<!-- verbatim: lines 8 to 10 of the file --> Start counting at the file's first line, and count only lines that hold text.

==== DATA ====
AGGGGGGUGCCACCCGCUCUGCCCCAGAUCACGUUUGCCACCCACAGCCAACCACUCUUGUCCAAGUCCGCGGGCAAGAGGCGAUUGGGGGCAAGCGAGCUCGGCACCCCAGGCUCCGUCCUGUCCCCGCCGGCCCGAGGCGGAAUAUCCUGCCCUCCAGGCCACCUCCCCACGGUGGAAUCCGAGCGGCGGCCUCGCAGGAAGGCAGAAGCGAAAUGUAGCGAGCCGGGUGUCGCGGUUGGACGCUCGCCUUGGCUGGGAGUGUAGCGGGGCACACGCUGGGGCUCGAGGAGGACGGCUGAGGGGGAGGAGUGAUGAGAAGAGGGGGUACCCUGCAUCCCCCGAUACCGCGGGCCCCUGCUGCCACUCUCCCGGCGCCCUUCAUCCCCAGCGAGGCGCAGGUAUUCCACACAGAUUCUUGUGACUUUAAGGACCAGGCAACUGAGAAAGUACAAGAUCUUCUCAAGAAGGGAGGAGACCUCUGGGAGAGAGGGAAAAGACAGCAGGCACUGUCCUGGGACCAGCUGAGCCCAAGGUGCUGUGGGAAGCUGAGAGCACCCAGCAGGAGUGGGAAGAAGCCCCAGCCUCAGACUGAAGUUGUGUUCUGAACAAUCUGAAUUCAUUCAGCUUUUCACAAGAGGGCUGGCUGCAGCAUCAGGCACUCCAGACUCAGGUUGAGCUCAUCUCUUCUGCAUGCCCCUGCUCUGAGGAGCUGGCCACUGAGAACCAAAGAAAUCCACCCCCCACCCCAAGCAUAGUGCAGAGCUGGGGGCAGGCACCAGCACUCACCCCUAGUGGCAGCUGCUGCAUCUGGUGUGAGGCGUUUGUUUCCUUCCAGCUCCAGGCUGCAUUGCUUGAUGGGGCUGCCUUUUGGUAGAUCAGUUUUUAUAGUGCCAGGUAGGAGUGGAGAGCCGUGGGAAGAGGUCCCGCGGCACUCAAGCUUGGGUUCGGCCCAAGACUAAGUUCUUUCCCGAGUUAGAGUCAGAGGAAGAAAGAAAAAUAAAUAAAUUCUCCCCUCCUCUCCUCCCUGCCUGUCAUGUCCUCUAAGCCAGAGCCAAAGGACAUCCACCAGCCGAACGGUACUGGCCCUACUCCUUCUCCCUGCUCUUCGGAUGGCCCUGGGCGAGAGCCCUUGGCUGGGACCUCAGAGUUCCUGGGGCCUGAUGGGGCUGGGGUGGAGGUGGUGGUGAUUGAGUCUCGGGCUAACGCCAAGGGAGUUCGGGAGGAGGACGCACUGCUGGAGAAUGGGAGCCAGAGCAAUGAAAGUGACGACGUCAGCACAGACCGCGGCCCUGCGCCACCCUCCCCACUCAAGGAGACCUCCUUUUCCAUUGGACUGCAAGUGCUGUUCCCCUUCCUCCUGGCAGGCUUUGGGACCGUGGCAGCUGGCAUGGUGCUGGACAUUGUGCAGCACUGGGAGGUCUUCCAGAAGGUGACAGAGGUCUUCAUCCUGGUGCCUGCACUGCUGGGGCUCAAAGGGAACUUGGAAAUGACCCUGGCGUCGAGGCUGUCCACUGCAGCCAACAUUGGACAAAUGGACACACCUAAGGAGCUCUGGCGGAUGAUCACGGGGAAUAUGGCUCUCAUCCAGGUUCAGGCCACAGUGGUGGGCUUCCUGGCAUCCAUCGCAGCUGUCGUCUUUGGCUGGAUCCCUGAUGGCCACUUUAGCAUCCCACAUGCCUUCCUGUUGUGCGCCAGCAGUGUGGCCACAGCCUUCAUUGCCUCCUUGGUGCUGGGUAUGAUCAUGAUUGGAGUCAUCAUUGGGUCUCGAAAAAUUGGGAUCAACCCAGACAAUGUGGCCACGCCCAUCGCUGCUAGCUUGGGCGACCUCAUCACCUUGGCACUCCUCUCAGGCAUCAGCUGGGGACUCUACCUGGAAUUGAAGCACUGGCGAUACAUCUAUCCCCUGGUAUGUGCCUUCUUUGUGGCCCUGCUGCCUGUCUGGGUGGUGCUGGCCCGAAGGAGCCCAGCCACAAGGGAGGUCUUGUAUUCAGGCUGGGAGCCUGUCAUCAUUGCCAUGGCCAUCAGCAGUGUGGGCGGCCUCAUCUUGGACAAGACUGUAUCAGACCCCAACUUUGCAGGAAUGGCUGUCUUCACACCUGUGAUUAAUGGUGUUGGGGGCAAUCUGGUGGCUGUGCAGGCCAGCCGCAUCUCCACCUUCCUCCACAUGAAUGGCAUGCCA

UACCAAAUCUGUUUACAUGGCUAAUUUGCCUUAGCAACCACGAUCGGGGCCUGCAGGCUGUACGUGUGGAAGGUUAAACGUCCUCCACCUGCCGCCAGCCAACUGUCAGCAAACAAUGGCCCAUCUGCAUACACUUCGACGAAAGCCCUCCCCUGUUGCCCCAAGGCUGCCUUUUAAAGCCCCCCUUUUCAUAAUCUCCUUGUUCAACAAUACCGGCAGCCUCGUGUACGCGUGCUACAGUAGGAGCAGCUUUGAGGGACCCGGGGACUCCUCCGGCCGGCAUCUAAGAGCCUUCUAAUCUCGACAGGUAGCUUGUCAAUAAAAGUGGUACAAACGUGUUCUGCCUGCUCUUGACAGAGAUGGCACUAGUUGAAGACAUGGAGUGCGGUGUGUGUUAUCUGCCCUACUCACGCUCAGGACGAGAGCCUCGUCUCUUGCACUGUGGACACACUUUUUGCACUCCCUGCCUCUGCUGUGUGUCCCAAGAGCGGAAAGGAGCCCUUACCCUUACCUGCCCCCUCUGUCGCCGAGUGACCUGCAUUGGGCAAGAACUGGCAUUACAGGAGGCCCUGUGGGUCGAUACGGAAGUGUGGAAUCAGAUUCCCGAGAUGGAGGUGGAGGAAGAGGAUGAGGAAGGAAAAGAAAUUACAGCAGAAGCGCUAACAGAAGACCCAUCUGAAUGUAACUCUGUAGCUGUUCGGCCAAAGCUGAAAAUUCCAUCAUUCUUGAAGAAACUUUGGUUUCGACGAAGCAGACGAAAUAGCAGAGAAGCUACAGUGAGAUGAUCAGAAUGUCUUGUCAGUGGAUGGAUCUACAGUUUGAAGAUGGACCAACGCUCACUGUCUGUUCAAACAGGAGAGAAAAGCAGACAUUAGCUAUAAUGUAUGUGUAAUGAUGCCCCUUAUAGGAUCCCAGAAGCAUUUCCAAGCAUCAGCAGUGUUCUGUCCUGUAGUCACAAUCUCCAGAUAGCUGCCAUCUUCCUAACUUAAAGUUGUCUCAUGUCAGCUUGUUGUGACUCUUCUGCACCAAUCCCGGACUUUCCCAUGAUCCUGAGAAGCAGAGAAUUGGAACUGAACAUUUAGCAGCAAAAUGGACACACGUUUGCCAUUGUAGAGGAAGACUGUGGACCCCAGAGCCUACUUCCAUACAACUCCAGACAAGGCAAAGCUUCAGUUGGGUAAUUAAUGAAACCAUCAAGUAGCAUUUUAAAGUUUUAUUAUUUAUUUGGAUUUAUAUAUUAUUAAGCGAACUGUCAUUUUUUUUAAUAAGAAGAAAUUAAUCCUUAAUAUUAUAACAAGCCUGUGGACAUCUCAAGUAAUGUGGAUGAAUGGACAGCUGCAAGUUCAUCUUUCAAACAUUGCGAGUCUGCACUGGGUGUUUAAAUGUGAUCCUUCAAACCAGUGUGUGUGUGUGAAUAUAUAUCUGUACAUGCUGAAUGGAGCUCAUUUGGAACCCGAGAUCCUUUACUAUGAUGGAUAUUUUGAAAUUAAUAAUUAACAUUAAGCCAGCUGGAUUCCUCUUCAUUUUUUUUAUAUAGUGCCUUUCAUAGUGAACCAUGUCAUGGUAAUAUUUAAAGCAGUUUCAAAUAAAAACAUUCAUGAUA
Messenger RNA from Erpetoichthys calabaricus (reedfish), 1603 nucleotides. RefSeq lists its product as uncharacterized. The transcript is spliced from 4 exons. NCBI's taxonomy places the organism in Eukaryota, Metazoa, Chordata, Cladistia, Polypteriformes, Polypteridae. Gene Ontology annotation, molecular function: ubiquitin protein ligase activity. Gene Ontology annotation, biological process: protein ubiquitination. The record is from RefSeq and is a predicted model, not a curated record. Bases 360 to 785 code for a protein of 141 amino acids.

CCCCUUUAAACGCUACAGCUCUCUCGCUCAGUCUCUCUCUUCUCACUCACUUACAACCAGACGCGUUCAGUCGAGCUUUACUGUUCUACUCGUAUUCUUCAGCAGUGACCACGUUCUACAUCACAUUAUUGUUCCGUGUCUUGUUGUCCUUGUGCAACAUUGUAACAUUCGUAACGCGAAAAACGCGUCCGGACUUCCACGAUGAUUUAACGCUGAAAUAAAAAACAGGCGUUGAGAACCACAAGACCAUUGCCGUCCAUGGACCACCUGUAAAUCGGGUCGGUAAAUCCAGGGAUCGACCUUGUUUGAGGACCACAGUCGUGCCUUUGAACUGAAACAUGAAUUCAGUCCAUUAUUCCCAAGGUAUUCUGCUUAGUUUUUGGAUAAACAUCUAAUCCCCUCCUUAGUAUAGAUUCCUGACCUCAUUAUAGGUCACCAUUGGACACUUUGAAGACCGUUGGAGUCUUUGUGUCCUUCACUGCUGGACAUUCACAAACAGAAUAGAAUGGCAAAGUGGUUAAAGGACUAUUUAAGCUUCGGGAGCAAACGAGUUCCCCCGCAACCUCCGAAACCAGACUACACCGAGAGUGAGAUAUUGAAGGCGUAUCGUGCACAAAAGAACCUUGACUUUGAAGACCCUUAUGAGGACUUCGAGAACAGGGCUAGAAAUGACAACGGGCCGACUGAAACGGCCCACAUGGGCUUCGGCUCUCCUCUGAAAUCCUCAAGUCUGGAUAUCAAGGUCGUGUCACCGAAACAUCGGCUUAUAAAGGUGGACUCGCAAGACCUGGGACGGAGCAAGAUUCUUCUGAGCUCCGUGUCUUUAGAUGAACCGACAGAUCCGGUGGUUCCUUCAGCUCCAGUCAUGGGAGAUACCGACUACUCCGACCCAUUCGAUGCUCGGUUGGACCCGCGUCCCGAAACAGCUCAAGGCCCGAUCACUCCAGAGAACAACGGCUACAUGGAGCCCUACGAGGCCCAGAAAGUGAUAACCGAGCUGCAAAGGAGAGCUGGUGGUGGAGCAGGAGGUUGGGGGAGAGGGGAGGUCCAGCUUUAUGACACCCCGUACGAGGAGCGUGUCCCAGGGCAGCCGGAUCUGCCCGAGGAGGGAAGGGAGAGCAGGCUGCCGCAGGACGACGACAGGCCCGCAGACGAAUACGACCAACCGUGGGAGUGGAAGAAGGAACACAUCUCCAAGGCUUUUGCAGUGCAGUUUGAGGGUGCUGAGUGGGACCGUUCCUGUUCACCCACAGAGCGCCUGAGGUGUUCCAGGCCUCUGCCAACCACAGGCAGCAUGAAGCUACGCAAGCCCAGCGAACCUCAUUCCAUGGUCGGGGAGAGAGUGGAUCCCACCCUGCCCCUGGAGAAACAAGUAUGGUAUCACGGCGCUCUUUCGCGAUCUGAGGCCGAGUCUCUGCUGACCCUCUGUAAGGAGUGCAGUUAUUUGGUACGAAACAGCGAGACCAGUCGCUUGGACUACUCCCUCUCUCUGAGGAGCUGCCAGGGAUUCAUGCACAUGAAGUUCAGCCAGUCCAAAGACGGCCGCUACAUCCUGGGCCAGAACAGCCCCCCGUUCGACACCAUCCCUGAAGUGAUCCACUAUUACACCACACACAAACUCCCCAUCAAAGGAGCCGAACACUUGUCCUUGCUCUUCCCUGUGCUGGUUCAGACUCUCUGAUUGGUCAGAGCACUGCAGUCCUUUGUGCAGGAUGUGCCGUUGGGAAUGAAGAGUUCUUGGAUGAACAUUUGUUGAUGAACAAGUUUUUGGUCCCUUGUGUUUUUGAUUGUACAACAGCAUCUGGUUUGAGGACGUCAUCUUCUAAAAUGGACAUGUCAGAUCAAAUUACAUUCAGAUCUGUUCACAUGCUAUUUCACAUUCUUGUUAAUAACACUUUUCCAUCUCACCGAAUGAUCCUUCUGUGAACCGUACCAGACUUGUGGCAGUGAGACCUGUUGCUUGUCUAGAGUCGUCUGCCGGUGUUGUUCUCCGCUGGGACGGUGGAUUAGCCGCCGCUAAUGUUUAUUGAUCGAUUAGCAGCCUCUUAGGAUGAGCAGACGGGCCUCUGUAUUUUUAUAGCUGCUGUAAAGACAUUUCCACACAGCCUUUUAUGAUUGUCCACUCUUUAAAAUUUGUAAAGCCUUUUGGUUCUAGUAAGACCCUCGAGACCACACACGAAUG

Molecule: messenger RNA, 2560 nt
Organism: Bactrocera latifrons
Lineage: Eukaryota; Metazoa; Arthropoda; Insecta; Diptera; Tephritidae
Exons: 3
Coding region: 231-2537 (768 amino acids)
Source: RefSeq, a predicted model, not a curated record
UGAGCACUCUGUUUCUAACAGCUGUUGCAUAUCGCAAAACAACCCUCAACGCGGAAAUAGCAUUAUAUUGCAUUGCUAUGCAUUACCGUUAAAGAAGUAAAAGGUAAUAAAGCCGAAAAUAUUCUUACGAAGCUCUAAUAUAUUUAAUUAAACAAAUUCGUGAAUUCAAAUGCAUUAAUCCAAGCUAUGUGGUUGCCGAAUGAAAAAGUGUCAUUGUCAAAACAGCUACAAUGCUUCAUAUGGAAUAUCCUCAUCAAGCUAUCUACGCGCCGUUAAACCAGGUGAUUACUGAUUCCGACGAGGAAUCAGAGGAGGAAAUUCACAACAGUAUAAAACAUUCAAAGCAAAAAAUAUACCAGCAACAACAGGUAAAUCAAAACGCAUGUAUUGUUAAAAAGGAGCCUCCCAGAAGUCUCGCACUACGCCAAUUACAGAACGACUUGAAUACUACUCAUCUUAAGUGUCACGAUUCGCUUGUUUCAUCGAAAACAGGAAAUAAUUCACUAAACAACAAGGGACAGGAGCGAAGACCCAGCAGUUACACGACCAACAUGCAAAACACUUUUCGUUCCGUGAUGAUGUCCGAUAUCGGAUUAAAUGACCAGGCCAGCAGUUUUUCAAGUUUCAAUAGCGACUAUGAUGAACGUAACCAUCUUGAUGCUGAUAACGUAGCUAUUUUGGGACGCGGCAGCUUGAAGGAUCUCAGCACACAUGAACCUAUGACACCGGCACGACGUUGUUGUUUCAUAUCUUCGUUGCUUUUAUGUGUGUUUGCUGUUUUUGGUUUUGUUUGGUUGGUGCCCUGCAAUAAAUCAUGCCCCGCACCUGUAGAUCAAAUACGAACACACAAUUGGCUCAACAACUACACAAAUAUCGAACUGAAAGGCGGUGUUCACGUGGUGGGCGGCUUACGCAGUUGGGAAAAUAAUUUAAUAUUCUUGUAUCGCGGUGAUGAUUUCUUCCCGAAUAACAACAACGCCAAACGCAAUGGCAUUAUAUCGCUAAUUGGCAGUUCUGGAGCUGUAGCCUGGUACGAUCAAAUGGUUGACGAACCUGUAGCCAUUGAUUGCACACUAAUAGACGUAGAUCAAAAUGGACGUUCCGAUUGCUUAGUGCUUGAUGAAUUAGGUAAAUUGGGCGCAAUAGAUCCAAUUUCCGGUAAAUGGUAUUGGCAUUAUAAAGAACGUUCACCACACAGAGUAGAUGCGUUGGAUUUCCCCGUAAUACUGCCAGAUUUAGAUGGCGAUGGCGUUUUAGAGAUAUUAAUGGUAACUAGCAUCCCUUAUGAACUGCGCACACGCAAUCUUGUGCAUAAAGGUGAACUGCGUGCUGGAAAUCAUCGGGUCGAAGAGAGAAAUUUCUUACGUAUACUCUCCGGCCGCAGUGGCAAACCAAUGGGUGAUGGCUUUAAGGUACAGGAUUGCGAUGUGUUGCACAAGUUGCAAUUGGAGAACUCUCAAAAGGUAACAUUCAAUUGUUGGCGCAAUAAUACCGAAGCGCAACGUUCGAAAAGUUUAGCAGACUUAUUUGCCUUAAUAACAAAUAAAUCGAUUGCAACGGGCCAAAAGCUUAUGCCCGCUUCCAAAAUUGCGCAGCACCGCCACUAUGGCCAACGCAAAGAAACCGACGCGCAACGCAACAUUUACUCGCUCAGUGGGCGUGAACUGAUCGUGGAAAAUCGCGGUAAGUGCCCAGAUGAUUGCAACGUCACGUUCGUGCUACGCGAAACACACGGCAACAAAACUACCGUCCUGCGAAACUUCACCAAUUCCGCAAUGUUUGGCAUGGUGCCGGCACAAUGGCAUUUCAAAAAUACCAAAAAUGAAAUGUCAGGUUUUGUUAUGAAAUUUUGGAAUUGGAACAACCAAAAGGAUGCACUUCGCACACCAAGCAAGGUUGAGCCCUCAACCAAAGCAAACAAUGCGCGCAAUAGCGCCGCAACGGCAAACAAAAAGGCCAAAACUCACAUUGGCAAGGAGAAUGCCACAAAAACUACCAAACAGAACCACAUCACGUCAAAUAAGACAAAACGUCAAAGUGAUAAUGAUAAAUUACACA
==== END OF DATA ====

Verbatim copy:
Exons: 3
Coding region: 231-2537 (768 amino acids)
Source: RefSeq, a predicted model, not a curated record